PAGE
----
One of the most frequently asked questions we get is “What’s the right place to invest?” One way to think about it is what kinds of investment should be pursued and what should be avoided.
However, we should begin by asking an even more fundamental question, How do you define an investment? Everyone has a different definition, for us, to qualify as an investment the asset has to give returns (After-tax) that is at least a couple of percentage points over inflation for a holding period of 5 years or more. If you need specifics, we suggest you aim for at least a 12% CAGR (The average year-on-year growth rate of an investment) over a period of 5 years.
Well, just going by the definition above, you should opt FD’s out as an investment asset because you will not be able to earn an after-tax return higher than 7% consistently, even if you fall in to the lowest tax bracket of 10%. That may be acceptable to some, but it becomes unattractive when you get inflation in to the equation. A return less than 7% is unlikely to beat inflation in the long-term (India’s long-term average inflation rate is approx. 7%) and that is worrisome as the money you withdraw from your fixed deposit in future will purchase less amount of goods and services than you can today with the same amount of money.
The most significant drawback however, is something which is not even considered by 90% of us. It is the opportunity cost of not investing our surplus money in an alternate investment asset like Mutual funds. For example, if you invested Rs 1 Lakh every year in mutual funds and got a modest 12% returns (CAGR) vs. putting the same amount in a FD giving an interest of 7%, the respective investment value after 25 years would be 1.33 Crores for Mutual funds Vs. 63 Lakhs for FD (Refer to the illustration below) i.e. a difference of earning in lakhs vs. crores.
You must be thinking, the probability of losing money in equity mutual funds is much higher and therefore, much riskier. Well, you may be right if you pick a low quality fund and sell it in the short term without doing any research or do not monitor and review your investments regularly. However, please note that the average returns of even conservative equity funds in last 5 years is over 12% also, the Sensex market index has never given negative returns over any 10-year period since 1994, which includes the dot com crash of 2000 and the 2008 financial crisis- the worst market crashes in recent times.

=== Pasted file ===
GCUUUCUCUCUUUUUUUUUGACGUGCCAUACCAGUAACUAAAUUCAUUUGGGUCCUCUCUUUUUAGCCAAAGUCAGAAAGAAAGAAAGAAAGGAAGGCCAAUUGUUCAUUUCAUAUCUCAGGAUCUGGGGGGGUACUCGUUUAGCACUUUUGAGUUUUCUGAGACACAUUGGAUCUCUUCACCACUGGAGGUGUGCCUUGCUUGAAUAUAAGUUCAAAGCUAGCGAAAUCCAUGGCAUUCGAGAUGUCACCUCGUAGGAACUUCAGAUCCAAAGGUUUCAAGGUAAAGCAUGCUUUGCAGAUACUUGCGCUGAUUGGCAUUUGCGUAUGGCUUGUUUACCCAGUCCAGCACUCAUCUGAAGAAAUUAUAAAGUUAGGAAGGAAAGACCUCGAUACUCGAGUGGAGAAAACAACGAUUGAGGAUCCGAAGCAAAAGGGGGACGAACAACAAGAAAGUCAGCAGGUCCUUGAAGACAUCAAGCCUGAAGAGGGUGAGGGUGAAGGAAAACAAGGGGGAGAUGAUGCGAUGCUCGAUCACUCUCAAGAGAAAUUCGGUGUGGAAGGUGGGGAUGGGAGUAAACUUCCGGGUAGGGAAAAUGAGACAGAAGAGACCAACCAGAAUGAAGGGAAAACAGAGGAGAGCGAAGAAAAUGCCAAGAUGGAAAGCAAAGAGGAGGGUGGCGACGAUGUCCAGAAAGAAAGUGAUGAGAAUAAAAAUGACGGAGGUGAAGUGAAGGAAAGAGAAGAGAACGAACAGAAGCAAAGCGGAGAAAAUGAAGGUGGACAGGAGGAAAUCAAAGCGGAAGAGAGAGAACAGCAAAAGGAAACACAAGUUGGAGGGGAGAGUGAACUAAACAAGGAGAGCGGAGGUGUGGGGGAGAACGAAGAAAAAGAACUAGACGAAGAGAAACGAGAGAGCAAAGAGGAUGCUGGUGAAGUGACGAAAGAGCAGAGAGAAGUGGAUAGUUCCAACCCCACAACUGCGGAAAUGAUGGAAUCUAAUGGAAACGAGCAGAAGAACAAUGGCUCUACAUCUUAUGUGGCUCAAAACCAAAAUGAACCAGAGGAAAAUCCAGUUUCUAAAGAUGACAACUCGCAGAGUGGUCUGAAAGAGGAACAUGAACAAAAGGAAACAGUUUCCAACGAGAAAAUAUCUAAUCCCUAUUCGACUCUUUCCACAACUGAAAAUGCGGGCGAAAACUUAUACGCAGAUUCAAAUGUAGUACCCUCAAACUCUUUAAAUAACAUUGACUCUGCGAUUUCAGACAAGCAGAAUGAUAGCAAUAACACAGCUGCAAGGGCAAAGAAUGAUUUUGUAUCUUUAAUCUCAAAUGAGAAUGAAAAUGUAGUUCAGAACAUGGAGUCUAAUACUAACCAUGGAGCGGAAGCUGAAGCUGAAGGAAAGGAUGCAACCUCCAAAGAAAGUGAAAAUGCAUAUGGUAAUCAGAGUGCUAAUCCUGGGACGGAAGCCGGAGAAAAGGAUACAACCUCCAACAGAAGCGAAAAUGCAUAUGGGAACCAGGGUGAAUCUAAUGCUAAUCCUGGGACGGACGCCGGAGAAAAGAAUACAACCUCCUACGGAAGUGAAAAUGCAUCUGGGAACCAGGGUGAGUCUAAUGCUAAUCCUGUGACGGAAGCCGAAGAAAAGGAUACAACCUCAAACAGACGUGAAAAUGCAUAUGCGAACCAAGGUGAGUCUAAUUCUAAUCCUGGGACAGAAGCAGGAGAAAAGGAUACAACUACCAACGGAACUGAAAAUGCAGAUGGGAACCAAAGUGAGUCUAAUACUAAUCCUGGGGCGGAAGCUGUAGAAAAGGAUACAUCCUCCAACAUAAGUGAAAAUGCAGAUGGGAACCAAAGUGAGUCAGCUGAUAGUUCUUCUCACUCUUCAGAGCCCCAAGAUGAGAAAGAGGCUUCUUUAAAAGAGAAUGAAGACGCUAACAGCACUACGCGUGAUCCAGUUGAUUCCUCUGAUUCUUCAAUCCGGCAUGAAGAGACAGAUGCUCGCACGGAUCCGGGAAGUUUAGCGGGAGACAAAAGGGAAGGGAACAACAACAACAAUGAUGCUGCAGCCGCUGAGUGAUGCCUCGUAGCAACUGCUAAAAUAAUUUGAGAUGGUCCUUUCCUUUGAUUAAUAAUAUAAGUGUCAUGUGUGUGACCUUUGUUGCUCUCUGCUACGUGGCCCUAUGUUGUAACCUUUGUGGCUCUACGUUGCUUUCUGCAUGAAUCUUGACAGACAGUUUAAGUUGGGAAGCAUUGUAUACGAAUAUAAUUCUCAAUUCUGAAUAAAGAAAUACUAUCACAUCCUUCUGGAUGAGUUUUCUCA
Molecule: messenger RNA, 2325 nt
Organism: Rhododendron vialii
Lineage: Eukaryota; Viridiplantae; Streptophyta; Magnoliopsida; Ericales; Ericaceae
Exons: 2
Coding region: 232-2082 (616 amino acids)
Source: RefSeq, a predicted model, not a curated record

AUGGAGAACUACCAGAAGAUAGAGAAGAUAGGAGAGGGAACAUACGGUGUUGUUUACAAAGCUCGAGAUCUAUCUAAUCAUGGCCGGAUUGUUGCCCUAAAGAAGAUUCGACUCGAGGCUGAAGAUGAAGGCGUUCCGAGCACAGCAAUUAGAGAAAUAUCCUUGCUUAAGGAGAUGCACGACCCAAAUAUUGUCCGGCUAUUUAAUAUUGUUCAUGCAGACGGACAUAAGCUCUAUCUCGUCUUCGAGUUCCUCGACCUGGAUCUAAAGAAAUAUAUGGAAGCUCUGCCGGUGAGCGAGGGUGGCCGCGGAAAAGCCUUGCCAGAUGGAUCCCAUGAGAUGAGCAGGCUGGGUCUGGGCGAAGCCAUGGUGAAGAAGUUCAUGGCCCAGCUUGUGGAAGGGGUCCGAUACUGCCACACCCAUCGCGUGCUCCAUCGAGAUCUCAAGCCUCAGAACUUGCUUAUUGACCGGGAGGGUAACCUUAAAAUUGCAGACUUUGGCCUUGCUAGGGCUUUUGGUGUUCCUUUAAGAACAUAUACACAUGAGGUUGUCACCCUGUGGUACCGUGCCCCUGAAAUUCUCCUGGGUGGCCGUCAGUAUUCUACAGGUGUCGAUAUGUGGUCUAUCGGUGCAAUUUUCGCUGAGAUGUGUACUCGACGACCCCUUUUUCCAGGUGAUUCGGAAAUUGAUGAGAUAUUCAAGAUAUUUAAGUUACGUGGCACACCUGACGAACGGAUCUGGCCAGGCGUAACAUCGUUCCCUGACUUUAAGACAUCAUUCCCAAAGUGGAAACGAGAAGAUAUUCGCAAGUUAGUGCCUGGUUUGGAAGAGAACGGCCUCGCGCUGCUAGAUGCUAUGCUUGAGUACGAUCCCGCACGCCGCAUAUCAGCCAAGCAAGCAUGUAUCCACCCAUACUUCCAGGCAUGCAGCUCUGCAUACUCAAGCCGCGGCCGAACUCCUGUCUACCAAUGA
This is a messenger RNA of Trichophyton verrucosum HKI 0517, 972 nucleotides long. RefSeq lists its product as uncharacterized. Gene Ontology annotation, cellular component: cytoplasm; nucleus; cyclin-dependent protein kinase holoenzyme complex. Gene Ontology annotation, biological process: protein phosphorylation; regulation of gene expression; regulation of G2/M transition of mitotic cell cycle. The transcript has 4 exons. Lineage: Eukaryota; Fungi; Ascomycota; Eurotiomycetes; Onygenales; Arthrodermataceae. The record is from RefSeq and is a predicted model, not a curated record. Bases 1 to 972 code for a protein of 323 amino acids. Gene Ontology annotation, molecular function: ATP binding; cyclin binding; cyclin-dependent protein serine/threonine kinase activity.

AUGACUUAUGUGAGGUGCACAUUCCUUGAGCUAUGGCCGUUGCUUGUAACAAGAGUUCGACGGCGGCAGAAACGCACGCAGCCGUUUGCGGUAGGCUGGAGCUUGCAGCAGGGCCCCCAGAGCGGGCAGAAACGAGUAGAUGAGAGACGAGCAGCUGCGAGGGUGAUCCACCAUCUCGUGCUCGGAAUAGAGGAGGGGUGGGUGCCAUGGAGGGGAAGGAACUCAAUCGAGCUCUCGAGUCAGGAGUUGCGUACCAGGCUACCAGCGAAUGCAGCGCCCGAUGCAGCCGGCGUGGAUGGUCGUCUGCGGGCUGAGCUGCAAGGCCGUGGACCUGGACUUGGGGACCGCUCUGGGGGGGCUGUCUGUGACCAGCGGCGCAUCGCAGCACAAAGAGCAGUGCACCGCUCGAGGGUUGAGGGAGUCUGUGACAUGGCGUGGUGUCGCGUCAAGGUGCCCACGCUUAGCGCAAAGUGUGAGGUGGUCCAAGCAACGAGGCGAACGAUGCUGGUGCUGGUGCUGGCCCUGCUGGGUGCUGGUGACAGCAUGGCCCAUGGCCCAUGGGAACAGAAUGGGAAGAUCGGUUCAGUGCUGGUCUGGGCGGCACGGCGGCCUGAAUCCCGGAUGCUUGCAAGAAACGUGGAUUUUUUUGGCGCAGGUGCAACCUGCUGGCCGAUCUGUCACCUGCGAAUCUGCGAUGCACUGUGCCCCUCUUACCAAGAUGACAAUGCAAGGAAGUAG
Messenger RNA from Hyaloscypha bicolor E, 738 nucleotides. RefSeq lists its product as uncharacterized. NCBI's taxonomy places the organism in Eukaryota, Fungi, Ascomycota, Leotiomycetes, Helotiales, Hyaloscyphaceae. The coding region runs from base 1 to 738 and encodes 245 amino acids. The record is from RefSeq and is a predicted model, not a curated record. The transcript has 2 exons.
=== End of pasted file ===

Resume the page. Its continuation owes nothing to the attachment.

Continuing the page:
If you buy the logic outlined above the key question then is: Why do we in India still have 56% of our savings in Bank deposits? It is because FDs are perceived as safe instrument, which incidentally is true but, is safe good enough? Let us try to answer the question by trying to understand another key term associated with investments – Risk.
Risk can be measured based on 2 parameters.
1. Return of Capital: FD’s score high here as the probability of you losing money is remote.
2. Return on Capital: This is where FDs actually let you down big time as the returns after adjusting for inflation and taxes will be negative, especially if you are in the higher tax bracket. Therefore, it is riskier in terms of achieving your long-term important goals like retirement planning or your children’s higher education.
So, are we suggesting that one should not put any money in Fixed Deposits? Not at all, what we are proposing is that Fixed Deposits is not an asset where majority of your savings should be parked for the long term. Use them only to fund your short-term goals i.e. goals less than 2-3 years away where liquidity and predictability is more important than quantum of actual returns.
We hope this blog has given you a new perspective on fixed deposits and that, you will think through before deciding to put all your hard earned money in to Fixed Deposits next time you have surplus money in your hands.
Everguard Life Ventures Pvt. Ltd.